From Your Health Journal…..”I have read many articles from a UK publication called the Business Insider many times. I always direct my visitors to their site for some very interesting articles, including the one in today’s review about cutting off obese people’s benefits if they refuse to exercise. This is one of those articles that may stir some controversy or conflict. There will be some people who will find this concept wonderful, while others repulsed by it. As obesity rises, as well as healthcare, many worry about this ‘next’ generation of children (and some adults) as they age, and the costs (tax money) to keep them healthy. Now, a report comes out from the UK stating the London’s Westminster Council has come up with a drastic plan to help end the UK’s growing obesity problem: cutting benefits for any obese person who refuses to exercise. Prescriptions will be given to people to actually go swimming or to fitness classes. It will be very interesting to see how this plays out, and discussion has come up about this many times over the years. If successful, you may see this trend continuing not only in the UK, but other countries. Please visit the Business Insider web site (link provided below) to view the full article.”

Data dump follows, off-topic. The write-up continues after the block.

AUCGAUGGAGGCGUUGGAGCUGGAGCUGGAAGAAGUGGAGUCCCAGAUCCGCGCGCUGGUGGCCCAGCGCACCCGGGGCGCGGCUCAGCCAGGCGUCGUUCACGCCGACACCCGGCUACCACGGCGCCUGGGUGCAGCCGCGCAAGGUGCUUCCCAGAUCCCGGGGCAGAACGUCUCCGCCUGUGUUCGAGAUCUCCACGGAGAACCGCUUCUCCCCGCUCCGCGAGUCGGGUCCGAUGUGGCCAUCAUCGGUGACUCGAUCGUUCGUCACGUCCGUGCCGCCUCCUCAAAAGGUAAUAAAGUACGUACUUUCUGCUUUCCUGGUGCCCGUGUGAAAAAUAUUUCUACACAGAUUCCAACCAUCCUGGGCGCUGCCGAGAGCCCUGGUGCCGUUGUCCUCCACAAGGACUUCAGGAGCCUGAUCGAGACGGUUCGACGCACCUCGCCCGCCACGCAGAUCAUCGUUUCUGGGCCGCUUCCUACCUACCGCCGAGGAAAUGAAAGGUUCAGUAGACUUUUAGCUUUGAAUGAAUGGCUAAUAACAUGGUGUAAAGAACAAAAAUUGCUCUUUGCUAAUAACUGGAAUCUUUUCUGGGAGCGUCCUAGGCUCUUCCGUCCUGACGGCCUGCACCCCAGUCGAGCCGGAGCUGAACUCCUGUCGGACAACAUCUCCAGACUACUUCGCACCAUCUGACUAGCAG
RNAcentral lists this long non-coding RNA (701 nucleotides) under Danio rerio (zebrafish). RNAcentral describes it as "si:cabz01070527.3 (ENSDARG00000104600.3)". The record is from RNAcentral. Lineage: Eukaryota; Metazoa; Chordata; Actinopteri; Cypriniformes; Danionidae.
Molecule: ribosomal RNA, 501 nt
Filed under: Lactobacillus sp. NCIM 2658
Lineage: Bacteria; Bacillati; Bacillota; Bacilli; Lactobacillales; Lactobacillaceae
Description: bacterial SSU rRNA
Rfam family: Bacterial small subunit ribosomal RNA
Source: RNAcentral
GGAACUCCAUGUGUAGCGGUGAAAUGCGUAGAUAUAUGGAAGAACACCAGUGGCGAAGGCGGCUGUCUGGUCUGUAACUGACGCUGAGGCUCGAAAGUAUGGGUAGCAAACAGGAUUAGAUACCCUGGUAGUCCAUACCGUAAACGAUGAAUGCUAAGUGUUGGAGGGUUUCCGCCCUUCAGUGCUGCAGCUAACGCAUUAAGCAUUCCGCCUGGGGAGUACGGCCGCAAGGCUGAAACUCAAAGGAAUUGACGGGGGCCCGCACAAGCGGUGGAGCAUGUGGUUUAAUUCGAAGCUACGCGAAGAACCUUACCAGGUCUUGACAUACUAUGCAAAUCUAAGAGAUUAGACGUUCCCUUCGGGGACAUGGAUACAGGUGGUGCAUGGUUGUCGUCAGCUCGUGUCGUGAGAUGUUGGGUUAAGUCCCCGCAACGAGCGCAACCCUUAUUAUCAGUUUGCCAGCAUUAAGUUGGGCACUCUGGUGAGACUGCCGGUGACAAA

From the article…..
London’s Westminster Council has come up with a drastic plan to help end the UK’s growing obesity problem: cutting benefits for any obese person who refuses to exercise.
Under the proposals, doctors would be able to “prescribe” exercise such as swimming or fitness classes. Those who refused to attend penalized. Smart cards would used to monitor attendance.
The plan is described in detail in a report titled “A Dose of Localism: The Role of Councils in Public Health”.
The hope is that by fighting obesity the UK’s taxpayer funded health service can save £5 billion ($8.12 billion). The report was created as public health responsibility shifts from the NHS to local government later this year.
Reaction to the plan seems to be leaning on the negative side. British Medical Association GP committee chairman Dr Lawrence Buckman told the BBC that the plans were “some of the silliest things I’ve heard in a long time”.
“When I was first told about this I thought it was a joke,” Dr Buckman said.
Alex Thomson, chief executive think-tank Localis believes that the concept simply wouldn’t work. “Even if you check into the pool how will they know if you just sit and have a latte in the café instead?” Thomson told the Telegraph.
To read the full article…..Click here